Miracle has a bigger ego than Fury. She’s the one who sees the potential here and is more impressed at this point. But they’re not so impressed. They see these things as gimmicks and trinkets, and at the end of the day, you can snap a human in half and that’s it. It is like stepping on an ant. No matter how much of this technology they see, that’s not what’s going to ultimately impress a god. What impresses them is a strength of character, and those interactions will come later.
Terrific says the boom spheres have the power to kill a god. Is he thinking the humans will align themselves with Miracle/Fury/Barda now, but after they take care of Apokolips, these guys are next?
I don’t think so. I don’t think that’s how Michael Holt thinks. Now Sloan might be thinking about getting his hands on those boom spheres. What Holt is trying to say is, “Look, I’m a human but have created something dangerous to you so how about some respect?” Remember Holt, Miracle and Sloan were all under the mind control of Bedlam creating boom tubes for a whole lot of Earth 2 monthly. So they’ve accumulated a lot of knowledge -- and been in each other’s minds -- so they’ve a closer link than most humans and gods.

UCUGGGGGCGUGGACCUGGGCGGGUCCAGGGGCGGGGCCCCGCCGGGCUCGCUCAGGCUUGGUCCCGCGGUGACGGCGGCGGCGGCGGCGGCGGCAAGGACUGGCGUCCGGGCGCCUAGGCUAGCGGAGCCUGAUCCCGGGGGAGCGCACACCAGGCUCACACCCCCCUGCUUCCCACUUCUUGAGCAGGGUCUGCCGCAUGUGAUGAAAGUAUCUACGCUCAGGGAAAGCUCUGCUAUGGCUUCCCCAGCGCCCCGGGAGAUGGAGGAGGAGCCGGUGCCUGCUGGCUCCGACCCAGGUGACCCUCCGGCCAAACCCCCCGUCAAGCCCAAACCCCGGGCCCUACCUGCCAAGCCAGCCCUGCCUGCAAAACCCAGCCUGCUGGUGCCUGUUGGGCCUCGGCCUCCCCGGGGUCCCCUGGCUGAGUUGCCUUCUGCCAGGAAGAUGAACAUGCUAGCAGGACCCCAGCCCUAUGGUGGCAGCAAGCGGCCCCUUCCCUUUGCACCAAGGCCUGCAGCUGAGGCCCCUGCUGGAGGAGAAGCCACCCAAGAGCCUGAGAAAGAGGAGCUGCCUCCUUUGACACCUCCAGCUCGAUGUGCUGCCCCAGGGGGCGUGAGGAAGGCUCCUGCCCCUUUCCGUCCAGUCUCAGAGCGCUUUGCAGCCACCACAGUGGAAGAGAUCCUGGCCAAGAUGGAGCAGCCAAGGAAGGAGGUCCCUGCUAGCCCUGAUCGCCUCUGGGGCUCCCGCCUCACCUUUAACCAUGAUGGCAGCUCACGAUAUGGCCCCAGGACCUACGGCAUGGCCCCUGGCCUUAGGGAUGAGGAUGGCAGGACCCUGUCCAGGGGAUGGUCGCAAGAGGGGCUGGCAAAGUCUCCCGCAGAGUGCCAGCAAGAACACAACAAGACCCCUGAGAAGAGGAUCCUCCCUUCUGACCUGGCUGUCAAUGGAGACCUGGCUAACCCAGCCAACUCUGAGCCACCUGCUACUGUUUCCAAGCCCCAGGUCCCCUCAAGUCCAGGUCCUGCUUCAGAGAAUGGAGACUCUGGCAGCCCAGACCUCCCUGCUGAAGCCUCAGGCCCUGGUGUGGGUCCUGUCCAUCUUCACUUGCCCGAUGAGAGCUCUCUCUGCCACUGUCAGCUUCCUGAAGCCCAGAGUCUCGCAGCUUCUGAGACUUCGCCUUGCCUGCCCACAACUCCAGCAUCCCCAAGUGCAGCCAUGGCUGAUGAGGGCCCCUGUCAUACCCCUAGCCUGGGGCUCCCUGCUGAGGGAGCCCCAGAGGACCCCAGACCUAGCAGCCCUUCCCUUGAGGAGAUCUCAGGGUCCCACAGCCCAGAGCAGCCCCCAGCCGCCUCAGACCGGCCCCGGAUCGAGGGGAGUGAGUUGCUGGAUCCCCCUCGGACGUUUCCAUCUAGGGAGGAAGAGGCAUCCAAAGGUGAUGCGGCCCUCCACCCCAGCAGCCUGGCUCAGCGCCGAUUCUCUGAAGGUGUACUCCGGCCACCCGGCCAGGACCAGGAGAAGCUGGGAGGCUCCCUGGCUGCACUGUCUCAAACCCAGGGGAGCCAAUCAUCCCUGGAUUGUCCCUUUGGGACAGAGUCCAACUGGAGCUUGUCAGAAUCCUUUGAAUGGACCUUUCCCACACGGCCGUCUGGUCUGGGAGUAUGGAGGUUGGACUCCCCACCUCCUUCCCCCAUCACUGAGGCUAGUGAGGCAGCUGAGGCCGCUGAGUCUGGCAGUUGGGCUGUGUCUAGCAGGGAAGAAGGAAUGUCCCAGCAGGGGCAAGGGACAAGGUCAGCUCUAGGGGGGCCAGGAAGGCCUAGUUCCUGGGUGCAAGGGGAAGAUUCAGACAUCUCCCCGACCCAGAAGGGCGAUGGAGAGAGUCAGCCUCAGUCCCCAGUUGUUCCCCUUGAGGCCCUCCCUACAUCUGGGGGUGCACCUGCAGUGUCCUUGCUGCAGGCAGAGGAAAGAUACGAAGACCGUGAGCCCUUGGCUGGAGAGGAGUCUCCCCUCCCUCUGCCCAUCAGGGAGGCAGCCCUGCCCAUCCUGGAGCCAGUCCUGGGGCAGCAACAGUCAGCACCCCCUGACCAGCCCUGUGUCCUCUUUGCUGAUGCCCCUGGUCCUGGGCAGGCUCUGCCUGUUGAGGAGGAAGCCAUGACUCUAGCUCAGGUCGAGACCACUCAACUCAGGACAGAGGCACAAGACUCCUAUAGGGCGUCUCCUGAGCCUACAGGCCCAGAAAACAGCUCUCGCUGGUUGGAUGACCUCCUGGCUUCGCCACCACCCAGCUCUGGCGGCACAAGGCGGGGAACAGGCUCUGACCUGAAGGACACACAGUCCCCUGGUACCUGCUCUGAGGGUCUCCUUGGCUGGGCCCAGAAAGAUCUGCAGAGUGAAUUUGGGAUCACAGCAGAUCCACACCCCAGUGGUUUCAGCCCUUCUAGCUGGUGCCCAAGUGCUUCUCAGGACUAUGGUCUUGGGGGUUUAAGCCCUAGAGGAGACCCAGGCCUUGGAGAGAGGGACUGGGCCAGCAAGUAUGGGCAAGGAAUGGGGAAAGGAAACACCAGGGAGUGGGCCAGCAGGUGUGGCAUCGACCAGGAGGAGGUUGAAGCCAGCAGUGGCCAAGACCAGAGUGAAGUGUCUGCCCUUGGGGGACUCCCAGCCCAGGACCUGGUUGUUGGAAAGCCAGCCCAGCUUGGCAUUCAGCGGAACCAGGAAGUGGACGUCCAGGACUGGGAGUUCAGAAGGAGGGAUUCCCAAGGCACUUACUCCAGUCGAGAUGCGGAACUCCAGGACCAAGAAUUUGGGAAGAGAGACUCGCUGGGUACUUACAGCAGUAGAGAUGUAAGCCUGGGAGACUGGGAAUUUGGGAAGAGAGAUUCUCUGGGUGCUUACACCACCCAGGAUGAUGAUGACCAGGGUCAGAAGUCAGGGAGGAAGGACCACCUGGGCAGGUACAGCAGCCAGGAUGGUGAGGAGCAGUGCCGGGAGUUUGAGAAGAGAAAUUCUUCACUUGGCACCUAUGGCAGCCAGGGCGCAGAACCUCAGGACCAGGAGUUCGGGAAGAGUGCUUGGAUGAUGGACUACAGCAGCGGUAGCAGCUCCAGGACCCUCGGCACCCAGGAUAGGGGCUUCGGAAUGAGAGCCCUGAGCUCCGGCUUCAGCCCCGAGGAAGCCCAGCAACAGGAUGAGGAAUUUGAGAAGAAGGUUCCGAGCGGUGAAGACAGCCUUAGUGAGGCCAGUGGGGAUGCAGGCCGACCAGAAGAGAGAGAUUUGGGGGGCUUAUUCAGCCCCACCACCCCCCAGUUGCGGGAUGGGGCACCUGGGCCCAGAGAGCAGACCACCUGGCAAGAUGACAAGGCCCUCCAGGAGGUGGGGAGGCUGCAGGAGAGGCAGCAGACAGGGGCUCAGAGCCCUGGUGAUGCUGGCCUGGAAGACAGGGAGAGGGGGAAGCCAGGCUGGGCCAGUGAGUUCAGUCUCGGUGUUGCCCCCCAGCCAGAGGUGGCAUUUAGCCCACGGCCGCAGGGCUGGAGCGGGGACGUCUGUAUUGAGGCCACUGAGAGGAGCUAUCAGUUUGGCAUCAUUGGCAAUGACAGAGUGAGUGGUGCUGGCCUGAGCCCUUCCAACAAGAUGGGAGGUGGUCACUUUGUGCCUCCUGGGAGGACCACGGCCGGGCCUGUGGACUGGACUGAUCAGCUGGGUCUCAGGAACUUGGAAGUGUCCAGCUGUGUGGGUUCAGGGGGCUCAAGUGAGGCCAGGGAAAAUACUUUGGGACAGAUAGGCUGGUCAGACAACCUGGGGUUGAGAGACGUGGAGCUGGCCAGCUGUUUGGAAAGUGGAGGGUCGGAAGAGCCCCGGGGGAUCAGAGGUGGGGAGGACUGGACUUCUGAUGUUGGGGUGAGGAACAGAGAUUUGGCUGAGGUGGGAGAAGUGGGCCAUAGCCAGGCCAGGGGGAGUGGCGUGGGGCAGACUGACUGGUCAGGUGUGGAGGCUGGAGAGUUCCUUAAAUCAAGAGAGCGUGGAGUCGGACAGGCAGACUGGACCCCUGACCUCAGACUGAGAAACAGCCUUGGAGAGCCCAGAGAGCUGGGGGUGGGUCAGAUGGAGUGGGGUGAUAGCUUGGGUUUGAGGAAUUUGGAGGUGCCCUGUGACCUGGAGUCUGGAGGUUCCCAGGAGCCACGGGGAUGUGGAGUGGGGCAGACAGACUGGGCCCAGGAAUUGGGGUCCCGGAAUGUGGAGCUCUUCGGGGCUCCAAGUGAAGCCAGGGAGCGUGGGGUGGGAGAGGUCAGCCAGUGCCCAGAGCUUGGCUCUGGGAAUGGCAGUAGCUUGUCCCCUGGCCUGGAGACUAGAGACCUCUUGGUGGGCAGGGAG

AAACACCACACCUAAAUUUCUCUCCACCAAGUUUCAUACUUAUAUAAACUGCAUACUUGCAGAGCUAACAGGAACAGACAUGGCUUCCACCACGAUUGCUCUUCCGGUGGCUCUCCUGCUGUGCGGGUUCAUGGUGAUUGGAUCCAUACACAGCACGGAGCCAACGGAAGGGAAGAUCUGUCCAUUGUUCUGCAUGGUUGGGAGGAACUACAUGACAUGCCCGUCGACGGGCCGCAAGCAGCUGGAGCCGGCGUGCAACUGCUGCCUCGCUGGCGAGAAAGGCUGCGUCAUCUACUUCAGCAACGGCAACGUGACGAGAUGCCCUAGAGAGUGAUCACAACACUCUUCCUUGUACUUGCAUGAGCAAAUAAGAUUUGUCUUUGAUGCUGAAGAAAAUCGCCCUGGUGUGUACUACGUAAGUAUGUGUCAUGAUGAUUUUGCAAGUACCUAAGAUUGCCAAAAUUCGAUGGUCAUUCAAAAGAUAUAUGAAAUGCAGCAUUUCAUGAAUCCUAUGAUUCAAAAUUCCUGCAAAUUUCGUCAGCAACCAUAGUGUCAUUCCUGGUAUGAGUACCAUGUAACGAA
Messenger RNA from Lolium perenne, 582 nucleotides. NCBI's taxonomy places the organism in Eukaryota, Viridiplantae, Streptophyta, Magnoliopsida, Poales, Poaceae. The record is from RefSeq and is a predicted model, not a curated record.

Meanwhile, Sloan built this Shackleton Assault Craft without anyone noticing. Commander Khan of the World Army seems rightly concerned that this guy could hide an entire ship. Is this laying some groundwork for something big?
Absolutely. This is going to be a huge part of the plot moving forward. I can say Khan’s destiny is tied up intimately with the Shackleton Assault Craft.
Wow, that’s a tease! As far as our heroes in the fire pits, what is Batman’s problem? Thomas Wayne seems more pissed off than Bruce ever was.